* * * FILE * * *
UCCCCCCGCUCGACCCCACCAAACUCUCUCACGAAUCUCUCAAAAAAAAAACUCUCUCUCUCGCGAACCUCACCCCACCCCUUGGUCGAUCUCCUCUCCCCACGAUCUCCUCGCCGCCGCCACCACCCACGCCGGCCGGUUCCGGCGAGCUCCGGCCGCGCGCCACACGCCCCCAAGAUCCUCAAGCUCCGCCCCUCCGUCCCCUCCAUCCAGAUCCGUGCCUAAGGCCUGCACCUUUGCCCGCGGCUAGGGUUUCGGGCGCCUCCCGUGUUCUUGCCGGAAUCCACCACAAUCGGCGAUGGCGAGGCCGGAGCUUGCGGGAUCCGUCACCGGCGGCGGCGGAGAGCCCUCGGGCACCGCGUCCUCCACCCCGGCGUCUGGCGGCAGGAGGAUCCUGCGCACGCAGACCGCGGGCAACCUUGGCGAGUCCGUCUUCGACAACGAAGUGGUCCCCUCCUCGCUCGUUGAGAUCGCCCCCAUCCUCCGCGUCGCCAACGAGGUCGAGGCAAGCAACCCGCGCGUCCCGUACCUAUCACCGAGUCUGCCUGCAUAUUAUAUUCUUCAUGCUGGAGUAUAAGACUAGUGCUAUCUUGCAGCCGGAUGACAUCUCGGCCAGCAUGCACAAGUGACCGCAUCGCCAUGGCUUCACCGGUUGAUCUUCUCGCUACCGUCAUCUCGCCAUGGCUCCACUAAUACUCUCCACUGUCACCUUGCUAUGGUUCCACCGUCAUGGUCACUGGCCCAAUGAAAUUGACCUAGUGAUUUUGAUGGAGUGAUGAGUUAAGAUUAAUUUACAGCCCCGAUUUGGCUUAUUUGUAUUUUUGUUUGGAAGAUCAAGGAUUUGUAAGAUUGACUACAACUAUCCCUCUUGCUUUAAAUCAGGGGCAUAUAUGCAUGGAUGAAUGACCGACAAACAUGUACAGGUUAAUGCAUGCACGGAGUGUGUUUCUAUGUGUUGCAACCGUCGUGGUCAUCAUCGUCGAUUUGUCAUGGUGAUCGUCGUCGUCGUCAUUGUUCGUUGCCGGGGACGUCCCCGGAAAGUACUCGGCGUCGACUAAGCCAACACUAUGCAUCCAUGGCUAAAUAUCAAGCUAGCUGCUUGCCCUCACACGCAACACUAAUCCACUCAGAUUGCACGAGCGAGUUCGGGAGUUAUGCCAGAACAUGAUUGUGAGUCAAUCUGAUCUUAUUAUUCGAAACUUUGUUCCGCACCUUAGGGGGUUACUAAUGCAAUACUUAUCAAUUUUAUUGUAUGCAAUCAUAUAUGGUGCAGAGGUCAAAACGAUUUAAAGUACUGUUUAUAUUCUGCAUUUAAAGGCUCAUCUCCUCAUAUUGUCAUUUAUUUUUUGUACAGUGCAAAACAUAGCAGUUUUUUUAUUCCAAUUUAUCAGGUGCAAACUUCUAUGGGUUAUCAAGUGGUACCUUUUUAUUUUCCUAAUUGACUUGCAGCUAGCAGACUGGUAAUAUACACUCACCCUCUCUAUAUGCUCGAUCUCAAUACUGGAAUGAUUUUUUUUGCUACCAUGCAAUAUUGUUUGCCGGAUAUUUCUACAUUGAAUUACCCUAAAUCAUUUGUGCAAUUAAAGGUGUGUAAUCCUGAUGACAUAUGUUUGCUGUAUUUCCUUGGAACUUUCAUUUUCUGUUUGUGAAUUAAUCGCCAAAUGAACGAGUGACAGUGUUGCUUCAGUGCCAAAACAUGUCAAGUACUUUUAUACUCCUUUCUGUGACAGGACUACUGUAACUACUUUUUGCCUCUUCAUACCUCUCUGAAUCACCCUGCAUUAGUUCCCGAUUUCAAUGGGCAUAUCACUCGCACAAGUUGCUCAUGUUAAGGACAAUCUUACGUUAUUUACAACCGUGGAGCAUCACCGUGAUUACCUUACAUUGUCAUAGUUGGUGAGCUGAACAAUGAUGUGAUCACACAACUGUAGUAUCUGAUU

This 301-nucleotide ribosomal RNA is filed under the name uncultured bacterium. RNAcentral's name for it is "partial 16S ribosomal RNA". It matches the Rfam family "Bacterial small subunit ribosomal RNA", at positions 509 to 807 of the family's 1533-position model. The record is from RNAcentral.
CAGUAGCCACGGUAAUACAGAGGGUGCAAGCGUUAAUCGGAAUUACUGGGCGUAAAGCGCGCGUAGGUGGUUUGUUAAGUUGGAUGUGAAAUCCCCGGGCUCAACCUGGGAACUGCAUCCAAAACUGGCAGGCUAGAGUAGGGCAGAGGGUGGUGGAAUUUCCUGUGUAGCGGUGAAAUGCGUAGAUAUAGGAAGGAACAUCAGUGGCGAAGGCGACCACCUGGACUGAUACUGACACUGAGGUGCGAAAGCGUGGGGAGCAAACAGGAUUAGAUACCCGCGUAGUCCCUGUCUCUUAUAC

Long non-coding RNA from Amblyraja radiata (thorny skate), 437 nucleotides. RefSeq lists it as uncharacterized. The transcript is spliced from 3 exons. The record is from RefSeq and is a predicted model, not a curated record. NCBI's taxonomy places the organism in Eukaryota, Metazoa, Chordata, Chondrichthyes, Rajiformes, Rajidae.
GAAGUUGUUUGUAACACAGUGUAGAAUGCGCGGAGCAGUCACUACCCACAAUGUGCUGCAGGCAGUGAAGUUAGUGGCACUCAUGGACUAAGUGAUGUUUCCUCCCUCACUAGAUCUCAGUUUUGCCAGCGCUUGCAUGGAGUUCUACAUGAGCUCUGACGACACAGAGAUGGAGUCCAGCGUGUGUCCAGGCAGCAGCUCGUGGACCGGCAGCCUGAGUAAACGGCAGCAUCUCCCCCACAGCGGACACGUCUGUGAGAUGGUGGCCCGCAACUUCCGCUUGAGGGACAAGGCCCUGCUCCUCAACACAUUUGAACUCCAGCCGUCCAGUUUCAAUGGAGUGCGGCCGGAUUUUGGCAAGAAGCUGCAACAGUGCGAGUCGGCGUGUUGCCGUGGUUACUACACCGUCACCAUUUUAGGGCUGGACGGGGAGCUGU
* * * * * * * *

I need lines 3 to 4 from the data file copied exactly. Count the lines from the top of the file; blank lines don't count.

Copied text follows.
CAGUAGCCACGGUAAUACAGAGGGUGCAAGCGUUAAUCGGAAUUACUGGGCGUAAAGCGCGCGUAGGUGGUUUGUUAAGUUGGAUGUGAAAUCCCCGGGCUCAACCUGGGAACUGCAUCCAAAACUGGCAGGCUAGAGUAGGGCAGAGGGUGGUGGAAUUUCCUGUGUAGCGGUGAAAUGCGUAGAUAUAGGAAGGAACAUCAGUGGCGAAGGCGACCACCUGGACUGAUACUGACACUGAGGUGCGAAAGCGUGGGGAGCAAACAGGAUUAGAUACCCGCGUAGUCCCUGUCUCUUAUAC

Long non-coding RNA from Amblyraja radiata (thorny skate), 437 nucleotides. RefSeq lists it as uncharacterized. The transcript is spliced from 3 exons. The record is from RefSeq and is a predicted model, not a curated record. NCBI's taxonomy places the organism in Eukaryota, Metazoa, Chordata, Chondrichthyes, Rajiformes, Rajidae.